Yesterday I discovered a nursing home resident who was shocked to learn Hillary Clinton supported abortion. New information reversed her position on the presidential election. I suppose it’s not surprising that a nursing home resident is uninformed and was about to vote based on completely incorrect information. The sad truth, however, is that she is not alone.
I’ve also seen interviews with college students who couldn’t identified pictures of Ronald Reagan or Joe Biden, but instantly recognized Kim Kardashian. Like the nursing home resident, these people intend to vote.
These are not isolated examples. Even recovering news junkies like me are ill informed. Consider this: When I step into the voting booth I will have to choose between 13 candidates for president, 24 for senate, and 12 for congress. I have only met one of these candidates who is running for senate and that was many years ago. As a lawyer I am lucky in that I know both candidates for Supreme Court, but I know I am the exception, not the rule. Being a lawyer isn’t going to help me with the Constitutional Amendments. Unlike most folks, I have read the entire PAR analysis of the Amendments but still can’t answer the basic question: which ones should be approved. I am also faced with a library tax renewal. I am against taxes, but am really fond of libraries. What’s a guy to do?
I watched a senate debate recently. Not all the candidates were invited. That would be impractical. The attendees were invited by their percentages in the polls. I am pretty sure we didn’t get to see the best people running. At least I hope not. I learned nothing and will vote for the one guy I have met. My decision for president is based on the slightly less evil alternative in my humble view. On the other races will I be influenced by who has the most signs, the least offensive ads, or who is most “attractive.” I know the candidates with the most money can make the biggest splash. That’s not good.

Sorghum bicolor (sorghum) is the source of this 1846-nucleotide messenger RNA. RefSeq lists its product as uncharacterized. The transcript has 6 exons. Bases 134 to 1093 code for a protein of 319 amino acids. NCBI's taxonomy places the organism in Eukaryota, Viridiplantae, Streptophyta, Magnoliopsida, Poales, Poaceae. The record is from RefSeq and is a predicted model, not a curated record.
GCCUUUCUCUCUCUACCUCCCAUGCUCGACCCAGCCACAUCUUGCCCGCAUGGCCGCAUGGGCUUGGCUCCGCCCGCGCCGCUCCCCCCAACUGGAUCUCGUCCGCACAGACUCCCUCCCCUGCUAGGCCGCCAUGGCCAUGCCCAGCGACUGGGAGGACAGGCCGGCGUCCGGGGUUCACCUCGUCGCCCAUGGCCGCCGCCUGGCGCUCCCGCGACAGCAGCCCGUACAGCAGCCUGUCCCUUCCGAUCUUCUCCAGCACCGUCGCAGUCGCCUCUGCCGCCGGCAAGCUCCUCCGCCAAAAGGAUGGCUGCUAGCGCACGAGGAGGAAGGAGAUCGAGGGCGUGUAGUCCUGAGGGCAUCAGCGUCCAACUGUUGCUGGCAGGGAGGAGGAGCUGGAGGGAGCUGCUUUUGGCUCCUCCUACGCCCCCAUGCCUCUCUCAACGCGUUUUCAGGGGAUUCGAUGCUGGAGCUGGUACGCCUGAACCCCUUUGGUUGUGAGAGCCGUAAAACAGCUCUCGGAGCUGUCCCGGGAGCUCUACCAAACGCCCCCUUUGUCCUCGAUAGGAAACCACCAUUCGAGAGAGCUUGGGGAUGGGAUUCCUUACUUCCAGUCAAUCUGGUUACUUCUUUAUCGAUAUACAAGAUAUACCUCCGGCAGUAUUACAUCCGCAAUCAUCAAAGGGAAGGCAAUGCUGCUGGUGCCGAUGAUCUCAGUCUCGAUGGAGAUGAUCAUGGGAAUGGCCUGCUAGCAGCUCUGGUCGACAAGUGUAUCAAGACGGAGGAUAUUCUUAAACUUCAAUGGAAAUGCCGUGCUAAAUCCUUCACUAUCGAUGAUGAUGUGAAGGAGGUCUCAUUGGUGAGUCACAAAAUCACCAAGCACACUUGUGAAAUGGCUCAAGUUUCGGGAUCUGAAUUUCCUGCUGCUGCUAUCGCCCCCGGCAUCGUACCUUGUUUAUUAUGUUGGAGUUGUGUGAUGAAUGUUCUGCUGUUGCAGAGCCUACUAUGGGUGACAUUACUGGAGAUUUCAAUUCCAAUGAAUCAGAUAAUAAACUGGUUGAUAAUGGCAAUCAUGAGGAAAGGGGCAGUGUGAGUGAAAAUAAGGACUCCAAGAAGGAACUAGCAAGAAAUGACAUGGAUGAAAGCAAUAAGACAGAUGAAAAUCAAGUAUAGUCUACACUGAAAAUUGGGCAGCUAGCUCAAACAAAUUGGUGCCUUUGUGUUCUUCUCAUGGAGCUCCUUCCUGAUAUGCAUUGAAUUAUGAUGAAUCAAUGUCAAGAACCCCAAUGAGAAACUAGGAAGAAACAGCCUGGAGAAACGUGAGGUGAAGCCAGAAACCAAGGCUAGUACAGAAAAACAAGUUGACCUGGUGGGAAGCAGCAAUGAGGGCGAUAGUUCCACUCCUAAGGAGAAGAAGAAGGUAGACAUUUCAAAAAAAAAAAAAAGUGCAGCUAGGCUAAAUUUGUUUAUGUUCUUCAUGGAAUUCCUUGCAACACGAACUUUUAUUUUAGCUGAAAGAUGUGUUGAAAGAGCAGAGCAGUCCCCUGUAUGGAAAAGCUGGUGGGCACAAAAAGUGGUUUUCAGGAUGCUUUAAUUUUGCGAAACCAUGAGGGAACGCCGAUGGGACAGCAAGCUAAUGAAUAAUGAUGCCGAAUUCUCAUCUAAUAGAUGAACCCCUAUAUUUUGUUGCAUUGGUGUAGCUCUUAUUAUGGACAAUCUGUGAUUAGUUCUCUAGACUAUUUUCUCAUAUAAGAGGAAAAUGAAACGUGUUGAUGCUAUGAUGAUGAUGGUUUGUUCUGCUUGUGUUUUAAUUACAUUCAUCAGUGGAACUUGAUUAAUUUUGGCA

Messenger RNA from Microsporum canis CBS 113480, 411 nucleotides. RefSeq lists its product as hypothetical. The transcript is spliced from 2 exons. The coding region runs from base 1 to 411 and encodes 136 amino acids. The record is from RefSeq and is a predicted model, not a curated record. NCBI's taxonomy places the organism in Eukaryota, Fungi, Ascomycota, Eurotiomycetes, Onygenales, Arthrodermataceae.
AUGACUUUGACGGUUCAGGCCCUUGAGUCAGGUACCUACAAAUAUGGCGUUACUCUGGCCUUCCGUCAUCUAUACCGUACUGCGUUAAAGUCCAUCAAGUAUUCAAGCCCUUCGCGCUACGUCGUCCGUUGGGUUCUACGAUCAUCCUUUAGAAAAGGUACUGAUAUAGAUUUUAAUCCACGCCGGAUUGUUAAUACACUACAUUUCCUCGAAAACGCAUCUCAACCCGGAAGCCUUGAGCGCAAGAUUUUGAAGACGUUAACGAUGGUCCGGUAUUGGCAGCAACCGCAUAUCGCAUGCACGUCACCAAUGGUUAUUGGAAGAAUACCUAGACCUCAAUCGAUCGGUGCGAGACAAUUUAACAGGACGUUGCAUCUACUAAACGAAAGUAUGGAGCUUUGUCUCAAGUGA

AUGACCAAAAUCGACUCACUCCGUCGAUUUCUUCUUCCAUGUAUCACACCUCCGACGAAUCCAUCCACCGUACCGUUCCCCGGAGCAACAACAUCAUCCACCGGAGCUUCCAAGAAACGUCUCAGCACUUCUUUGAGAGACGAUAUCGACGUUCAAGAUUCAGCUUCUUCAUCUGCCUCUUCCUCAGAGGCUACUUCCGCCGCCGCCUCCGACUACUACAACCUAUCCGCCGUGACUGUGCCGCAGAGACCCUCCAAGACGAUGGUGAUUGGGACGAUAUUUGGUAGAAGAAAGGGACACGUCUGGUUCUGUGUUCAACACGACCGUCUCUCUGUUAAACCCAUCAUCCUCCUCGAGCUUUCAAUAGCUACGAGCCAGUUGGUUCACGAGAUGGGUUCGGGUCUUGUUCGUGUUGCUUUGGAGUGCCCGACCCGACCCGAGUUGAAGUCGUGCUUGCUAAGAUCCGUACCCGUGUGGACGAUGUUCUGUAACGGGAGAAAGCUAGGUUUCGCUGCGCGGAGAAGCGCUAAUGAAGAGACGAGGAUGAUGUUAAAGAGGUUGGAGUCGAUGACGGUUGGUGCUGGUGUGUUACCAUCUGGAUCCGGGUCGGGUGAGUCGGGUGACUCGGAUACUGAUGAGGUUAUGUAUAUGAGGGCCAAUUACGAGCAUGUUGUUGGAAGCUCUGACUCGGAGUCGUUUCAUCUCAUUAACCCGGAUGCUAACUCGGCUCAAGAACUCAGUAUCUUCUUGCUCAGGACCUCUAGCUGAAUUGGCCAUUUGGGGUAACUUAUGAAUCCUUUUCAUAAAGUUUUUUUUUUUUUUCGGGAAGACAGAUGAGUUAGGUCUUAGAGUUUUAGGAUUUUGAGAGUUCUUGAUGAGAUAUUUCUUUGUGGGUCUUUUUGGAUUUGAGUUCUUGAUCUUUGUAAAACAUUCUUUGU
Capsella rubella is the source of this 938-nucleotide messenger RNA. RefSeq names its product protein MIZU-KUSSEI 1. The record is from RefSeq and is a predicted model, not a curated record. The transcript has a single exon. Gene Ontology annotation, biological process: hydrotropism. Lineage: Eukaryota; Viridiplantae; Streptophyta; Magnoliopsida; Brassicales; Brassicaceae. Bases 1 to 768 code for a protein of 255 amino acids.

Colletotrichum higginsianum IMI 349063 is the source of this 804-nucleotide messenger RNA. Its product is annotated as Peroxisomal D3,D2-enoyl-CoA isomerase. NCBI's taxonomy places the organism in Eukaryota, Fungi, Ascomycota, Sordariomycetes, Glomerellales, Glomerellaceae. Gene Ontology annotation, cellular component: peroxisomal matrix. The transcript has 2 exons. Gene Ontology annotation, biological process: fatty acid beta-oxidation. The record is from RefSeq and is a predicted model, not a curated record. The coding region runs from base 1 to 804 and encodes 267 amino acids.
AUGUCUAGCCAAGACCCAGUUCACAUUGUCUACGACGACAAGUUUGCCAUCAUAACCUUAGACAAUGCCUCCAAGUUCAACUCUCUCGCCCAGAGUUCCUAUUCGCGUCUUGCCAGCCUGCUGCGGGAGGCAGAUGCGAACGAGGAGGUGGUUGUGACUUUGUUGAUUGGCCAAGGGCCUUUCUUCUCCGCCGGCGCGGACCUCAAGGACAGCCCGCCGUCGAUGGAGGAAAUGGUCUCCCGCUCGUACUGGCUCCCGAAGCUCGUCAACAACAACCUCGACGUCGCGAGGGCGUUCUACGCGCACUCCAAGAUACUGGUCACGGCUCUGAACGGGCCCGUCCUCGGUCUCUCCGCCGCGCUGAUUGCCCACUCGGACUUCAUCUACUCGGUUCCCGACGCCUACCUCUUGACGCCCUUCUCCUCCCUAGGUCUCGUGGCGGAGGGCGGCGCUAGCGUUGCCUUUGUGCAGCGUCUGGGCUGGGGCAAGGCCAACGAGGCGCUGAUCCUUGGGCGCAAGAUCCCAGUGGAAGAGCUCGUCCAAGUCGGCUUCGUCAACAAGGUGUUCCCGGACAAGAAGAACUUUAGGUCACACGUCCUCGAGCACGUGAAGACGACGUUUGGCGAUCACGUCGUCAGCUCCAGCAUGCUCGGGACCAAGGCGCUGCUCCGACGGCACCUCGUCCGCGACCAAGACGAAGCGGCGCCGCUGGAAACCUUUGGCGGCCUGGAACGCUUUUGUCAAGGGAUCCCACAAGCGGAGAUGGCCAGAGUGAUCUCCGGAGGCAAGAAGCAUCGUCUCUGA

I’m not much aided by candidate web sites which all have family portraits and promises to change things without specific plans or any real evidence why the candidate will be able to make changes that no one else seems to have been able to do or how these “changes” will make things any better.
The ads don’t help. They just tell me why I shouldn’t vote for someone else. Again, the boys with the bucks make the biggest bang.
I know deep inside that it’s important to vote and I will. However, in most cases I will pull the lever unconvinced that I made right or even informed decisions. I know I am not alone. Is there any surprise that there is both anger and apathy or that there is so much more voting against than voting for?
After 9/11 folks flocked to church. I suspect that may happen after 11/8. I will pray, then vote, then pray some more. I hope the vote will make a difference. I know the prayer does.